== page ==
John Dramani Mahama during his time as Ghana’s president in 2013 refused to accept the tag that his party rigged the 2012 General elections that saw the opposition NPP challenging the results at the Supreme Court.
Speaking in an interview on BBC on May 29, 2013, Mr. Mahama mentioned that: “I know we didn’t rig that election and I’m sure the Supreme Court will come out with its verdict”
On August 29, 2013, Ghana’s Supreme court dismissed the case brought before it seeking annulment of over 3 million votes of the 2012 Presidential election.
The opposition NPP’s Flagbearer, Nana Akufo-Addo in a press conference after the final verdict said, “… while I disagree with the courts decision, I accept it. I accept that what the court says brings finality to the election dispute. We shall not be asking for a review of the verdict so we can all move on n the interest of our nation”.
Read the full story originally published on May 29, 2013, on Ghanaweb
Ghana’s President, Mr. John Mahama, has said categorically that he and his party did not rig his country’s 2012 general elections.
Mr. Mahama also said the challenge of his legitimacy at the Supreme Court by the Presidential Candidate of his country’s major opposition New Patriotic Party, NPP, is no distraction to his administration.
Nana Addo Dankwa Akufo-Addo and two others argue that the President and the country’s Electoral Commission conspired to rig last year’s elections.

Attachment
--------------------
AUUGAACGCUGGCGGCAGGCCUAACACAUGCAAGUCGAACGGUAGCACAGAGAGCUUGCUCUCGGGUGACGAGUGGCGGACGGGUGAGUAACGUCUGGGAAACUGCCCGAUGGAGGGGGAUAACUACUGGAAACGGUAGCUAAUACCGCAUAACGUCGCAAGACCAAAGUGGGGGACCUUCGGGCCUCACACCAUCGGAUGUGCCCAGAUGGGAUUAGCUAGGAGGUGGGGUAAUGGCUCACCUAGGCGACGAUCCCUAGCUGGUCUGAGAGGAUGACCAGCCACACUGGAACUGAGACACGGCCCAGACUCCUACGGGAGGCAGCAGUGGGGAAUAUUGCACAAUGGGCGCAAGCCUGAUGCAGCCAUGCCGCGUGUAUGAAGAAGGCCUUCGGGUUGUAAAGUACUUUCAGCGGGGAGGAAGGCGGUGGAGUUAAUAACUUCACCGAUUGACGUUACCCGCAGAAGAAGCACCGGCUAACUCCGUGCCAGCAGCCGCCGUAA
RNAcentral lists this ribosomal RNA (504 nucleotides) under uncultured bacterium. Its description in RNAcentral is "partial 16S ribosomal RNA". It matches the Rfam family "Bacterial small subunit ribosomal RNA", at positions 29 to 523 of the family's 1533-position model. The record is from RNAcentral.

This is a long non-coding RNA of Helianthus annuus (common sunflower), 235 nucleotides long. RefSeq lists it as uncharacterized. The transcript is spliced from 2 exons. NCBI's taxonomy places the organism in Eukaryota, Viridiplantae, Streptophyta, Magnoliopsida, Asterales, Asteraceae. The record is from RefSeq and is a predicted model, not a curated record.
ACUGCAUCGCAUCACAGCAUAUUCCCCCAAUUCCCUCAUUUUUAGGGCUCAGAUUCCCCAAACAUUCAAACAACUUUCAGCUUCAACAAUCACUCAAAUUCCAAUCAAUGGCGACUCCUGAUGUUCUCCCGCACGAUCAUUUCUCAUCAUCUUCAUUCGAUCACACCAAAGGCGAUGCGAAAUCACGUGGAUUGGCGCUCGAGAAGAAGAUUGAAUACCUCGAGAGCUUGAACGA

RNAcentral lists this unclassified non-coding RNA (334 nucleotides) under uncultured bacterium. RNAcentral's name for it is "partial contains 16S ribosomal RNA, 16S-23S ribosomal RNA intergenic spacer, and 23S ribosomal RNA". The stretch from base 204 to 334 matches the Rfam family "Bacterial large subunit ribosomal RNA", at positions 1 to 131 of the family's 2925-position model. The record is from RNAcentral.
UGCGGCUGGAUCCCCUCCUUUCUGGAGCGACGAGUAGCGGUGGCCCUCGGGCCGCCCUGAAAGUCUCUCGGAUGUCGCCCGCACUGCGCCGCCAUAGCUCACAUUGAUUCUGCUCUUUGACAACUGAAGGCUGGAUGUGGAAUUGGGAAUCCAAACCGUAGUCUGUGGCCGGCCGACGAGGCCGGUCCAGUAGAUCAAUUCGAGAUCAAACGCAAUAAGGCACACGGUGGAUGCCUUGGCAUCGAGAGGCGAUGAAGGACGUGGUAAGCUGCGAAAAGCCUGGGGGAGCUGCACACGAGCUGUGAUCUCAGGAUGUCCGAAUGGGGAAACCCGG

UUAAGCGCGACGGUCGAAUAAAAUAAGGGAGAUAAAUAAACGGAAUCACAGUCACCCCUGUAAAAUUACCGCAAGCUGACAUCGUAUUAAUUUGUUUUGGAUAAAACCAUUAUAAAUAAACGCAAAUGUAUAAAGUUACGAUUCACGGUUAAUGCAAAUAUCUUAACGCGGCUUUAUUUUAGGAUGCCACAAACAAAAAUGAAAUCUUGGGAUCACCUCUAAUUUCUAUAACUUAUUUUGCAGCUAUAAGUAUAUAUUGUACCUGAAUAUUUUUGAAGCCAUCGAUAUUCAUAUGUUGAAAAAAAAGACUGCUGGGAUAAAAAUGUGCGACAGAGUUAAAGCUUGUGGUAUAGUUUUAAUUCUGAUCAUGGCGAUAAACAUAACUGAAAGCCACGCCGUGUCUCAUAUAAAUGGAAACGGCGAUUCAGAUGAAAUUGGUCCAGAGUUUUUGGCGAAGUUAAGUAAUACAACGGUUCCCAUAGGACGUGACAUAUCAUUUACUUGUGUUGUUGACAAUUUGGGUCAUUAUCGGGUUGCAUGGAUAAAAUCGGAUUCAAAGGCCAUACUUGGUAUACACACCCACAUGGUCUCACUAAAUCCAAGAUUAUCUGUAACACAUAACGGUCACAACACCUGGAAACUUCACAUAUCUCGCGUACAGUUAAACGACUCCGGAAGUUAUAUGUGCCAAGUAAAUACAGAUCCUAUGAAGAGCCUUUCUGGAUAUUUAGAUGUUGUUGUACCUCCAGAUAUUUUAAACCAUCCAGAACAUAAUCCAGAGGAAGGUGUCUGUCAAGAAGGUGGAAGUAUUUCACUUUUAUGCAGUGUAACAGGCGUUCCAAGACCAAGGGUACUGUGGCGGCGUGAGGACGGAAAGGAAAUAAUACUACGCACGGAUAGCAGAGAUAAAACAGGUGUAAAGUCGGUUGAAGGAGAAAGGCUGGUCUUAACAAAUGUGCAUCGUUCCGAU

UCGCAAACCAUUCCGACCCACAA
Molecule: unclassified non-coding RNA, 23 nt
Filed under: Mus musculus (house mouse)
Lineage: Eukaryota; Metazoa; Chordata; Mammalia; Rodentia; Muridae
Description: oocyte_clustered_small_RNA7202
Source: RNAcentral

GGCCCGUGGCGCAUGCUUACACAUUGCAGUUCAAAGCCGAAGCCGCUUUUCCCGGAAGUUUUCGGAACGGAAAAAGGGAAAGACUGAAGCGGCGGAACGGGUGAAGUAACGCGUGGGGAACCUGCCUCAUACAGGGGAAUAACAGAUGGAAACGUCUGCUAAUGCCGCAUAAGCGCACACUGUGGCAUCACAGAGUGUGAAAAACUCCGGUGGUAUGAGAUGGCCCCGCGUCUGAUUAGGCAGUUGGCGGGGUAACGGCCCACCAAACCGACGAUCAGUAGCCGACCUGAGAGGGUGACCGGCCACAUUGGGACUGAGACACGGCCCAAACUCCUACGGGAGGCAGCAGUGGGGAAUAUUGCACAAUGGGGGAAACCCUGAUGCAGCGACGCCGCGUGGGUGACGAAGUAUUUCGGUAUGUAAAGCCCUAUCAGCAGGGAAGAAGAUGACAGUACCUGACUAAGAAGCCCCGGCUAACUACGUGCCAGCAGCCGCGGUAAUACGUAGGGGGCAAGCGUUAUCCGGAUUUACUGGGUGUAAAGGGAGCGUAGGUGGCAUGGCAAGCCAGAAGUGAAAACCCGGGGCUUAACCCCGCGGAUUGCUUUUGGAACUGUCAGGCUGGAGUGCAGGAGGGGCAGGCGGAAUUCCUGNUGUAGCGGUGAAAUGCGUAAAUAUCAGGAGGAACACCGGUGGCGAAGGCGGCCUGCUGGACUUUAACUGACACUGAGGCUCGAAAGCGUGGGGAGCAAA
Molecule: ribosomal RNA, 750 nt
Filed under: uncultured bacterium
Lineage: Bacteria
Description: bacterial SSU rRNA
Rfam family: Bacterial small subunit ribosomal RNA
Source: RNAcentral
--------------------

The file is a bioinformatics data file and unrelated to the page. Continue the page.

They have, therefore, petitioned the country’s Supreme Court to nullify and overturn the election results and declare Nana Akufo-Addo the winner of the Presidential poll.
The Ghanaian President, however, told the BBC from France, on Wednesday May 29, 2013 during a three-day visit that: “I know we didn’t rig that election and I’m sure the Supreme Court will come out with its verdict”.
President Mahama said he is the least perturbed by the court case.
“Why should it worry me?” Mr. Mahama asked the BBC’s Farayi Mungazi who wanted to know if the Court case really was not impacting negatively on the running of his Administration.
Mr. Mahama noted that: “I wouldn’t be in France if it was something that was distracting me from doing the work that I have to do”.
He said: “I serve at the pleasure of the Ghanaian people and the Ghanaian people voted for me”.
The Ghanaian President said he had a lot of trust in his Country’s Supreme Court to adjudicate the matter appropriately and thus he harboured no anxieties.
“Ghana has come a long way in constitutional governance; we have a fantastic judicial system; there are challenges, I must admit but I believe that the Supreme Court is able to do its job and so I’m leaving the Supreme Court to do its job, and I am doing my job”.